Last week, I was getting ready for an international trip that demanded a lot of preparation. When I got up in the morning, I grabbed my regular dose of coffee, and jump right into my to-do list — answering emails, packing my suitcase, making calls, and running around from one thing to the other on autopilot.
A few hours later, I began to feel my energy dip, and I started to feel overwhelmed. I hadn’t showered, hadn’t had breakfast, and hadn’t exercised or meditated. I found myself getting irritated, and something inside me — the better part of myself — shouted at me, “Stop running around, go shower, have breakfast, walk around the block, and then come back and continue your packing.”
It was such a major a pattern interruption. I had no choice but to do all that. (Plus, I put on my favorite lipstick that always brightens my day!) When I came back to what I had to do, I felt way more energized, more centered, and yes — even more joyful to keep preparing for my trip.
It dawned on me more than any other time in the past that the excuses we make for ourselves to not do the things that energize us and make us feel our best, are exactly that — excuses. When we tell ourselves we don’t have time to do the things that make us feel centered and clear-headed, we’re giving ourselves a strong message that we’re not as important as our tasks. Somehow, we’re wired backwards. We’re telling ourselves we don’t deserve to make time for what helps us thrive — and then we end up feeling depleted, stressed, irritated, and ultimately running on empty.
When we take time to reconnect with ourselves, however works best for each one of us, we feel like we have a buffer from everything else we have to face that day. Taking that time for myself was my armor to the stress of the upcoming trip. I felt like there was a little cushion between me and my stress. It was much more manageable, and everything after that felt effortless.
In my book Waking Up to the Joy Of You, I wrote a chapter called “Knowing Your Linchpin.” A linchpin refers to the small pin passed through the end of an axle to keep a wheel in position. When that linchpin is out of place, the entire structure falls apart. Similarly, if you’re neglecting the one thing you have to do everyday for your well-being — for your wheels to stay in position — the rest of your day can actually fall apart. So instead, you reach for that extra cup of coffee, a muffin, or anything that will give you a false sense of comfort.
Making ourselves a priority should be a primary law, like gravity. So, here are my three tips that can help you override your old pattern, and replace it with the power of choosing you everyday:
Schedule the time
Whatever you need to do to feel your best, identify it, write it down, and put your name next to it. For example, “Rebecca’s time to go to the gym, meditate, stretch, and make her favorite smoothie.” By scheduling the time in your calendar, you won’t be able to use the excuse that you don’t have the time. It’s right there in front of you! You make the time for you, just like you would make the time for someone else.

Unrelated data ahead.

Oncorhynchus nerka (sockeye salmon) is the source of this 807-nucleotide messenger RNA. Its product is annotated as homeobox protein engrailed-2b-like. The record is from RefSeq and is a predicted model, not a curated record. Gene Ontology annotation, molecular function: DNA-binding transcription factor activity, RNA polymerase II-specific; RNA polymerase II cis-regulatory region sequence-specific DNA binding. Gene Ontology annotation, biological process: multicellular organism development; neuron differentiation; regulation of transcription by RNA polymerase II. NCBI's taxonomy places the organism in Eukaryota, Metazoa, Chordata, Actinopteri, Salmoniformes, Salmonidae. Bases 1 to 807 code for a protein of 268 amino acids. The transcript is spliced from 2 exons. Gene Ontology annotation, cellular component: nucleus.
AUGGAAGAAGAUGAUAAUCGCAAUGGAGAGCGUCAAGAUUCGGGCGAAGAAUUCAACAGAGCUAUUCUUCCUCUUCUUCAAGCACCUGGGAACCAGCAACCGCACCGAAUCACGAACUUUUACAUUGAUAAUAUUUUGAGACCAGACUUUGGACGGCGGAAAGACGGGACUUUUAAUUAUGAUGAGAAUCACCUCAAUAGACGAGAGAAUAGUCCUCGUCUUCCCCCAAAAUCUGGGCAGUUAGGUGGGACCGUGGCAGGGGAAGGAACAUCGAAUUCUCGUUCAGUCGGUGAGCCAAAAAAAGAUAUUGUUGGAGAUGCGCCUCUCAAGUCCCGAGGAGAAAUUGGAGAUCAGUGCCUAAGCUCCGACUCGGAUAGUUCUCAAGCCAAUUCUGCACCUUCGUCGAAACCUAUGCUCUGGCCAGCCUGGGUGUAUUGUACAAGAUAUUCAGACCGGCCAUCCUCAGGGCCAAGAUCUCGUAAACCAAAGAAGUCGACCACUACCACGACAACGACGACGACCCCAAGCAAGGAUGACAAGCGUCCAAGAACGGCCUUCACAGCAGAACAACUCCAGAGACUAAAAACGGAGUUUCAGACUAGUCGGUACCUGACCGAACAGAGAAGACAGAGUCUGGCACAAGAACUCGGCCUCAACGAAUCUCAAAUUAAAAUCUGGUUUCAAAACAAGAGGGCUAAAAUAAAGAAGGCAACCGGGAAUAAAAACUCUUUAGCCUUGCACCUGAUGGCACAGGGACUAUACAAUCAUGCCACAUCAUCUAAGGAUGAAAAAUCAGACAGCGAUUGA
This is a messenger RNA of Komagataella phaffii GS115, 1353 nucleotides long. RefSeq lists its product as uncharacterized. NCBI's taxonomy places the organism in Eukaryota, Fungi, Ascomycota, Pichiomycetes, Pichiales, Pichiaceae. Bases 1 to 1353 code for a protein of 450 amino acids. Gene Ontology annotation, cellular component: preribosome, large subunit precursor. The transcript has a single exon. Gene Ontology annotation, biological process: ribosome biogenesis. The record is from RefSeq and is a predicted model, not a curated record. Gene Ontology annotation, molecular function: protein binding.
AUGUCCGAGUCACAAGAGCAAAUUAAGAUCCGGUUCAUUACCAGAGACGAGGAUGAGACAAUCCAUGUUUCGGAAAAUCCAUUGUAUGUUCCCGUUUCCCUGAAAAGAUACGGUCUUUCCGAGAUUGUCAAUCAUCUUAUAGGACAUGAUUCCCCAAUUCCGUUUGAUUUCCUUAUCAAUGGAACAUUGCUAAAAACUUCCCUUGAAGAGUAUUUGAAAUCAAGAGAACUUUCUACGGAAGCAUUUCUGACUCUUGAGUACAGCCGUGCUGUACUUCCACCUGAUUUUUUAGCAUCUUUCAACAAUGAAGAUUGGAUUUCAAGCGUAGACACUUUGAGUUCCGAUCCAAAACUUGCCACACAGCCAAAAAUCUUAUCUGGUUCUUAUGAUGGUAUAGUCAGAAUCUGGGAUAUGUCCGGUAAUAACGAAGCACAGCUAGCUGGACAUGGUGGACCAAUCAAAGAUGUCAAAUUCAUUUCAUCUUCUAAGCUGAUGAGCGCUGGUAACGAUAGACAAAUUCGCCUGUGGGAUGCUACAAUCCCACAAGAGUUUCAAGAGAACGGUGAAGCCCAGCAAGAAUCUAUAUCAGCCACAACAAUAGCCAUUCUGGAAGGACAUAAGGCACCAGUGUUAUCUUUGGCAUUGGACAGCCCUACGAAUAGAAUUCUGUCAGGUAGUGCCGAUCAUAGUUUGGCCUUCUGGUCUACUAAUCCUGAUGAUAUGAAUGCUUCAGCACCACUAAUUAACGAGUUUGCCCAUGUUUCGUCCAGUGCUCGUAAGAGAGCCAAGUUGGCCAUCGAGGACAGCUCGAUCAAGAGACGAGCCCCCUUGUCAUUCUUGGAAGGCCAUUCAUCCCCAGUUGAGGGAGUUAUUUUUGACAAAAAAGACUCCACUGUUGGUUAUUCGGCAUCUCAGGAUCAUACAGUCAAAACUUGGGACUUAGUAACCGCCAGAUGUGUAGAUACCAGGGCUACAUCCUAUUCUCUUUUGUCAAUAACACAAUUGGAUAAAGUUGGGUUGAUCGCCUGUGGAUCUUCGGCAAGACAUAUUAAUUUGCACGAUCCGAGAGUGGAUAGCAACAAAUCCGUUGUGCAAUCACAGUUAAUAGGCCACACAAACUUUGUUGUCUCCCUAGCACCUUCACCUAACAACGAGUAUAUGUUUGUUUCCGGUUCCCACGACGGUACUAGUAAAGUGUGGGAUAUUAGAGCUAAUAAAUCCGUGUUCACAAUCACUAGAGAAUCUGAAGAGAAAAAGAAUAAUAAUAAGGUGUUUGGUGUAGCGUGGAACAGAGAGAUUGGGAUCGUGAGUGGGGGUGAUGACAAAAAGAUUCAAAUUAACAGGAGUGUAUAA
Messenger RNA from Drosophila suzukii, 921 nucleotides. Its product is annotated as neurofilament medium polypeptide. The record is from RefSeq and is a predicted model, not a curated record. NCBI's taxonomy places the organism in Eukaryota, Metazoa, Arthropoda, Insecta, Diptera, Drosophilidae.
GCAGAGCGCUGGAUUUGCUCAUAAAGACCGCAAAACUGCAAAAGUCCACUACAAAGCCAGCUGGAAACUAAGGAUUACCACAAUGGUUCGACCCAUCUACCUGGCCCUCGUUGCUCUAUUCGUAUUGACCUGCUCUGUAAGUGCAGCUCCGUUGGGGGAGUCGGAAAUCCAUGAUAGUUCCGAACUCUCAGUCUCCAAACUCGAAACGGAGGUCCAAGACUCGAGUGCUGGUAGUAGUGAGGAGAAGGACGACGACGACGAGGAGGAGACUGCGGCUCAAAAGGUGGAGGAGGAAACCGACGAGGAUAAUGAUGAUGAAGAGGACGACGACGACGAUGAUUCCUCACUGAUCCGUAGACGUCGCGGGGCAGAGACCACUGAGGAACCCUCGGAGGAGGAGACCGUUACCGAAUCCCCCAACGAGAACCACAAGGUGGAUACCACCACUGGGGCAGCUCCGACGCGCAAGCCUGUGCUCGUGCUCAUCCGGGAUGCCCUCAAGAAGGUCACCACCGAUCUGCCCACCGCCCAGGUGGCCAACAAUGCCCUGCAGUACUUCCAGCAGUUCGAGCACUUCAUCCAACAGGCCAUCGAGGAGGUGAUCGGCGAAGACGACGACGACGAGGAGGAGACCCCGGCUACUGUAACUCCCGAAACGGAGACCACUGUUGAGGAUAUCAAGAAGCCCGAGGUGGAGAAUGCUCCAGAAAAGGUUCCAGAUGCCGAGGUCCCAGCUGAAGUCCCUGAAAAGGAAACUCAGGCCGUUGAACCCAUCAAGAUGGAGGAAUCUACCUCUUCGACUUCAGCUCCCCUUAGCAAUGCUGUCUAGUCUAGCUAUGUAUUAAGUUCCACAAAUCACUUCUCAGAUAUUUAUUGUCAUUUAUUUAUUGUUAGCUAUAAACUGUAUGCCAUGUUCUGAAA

Find a support buddy
I’ve found that having a friend involved in your daily self ritual is key if you want to follow through with them. Recently, my 27-year-old niece, Isabella, has been my support buddy. She texts me everyday, asking me to let her know what time I’m doing my workout. She keeps reminding me very lovingly until the end of the day. By sharing your obstacles with someone you trust, you have someone to report to, and that helps on the days you tell yourself you’re too tired, or too busy. Think of this person as your “Thrive Buddy.”
Think of it as a primary law
Self-care sounds like an indulgence, but if you reframe your thinking to see it as a natural, non-negotiable part of your day, you’ll see that it’s not as complicated as you thought. When we tell ourselves we can’t afford to take the time, we end up spiraling into a self-defeating cycle, where we judge ourselves and fill our minds with negative self-talk. Instead, rethink what self-care means. The busiest, most successful people in the world thrive by taking time for themselves, from Michelle Obama to Richard Branson. (Michelle Obama worked out religiously everyday, and got those biceps we all recognize. I always wondered what time she had to wake up to carve that into her schedule!) It’s about expanding to the reality that there’s plenty of time, and that our excuses are lies that we’re telling ourselves. Trust me — whether it’s five minutes or an hour, you’ll thank yourself for honoring what gives you the vitality to master your day.
So, now it’s up to you. Find a buddy, schedule the time, and thank yourself for making yourself a priority. You deserve it. And share your results with us!
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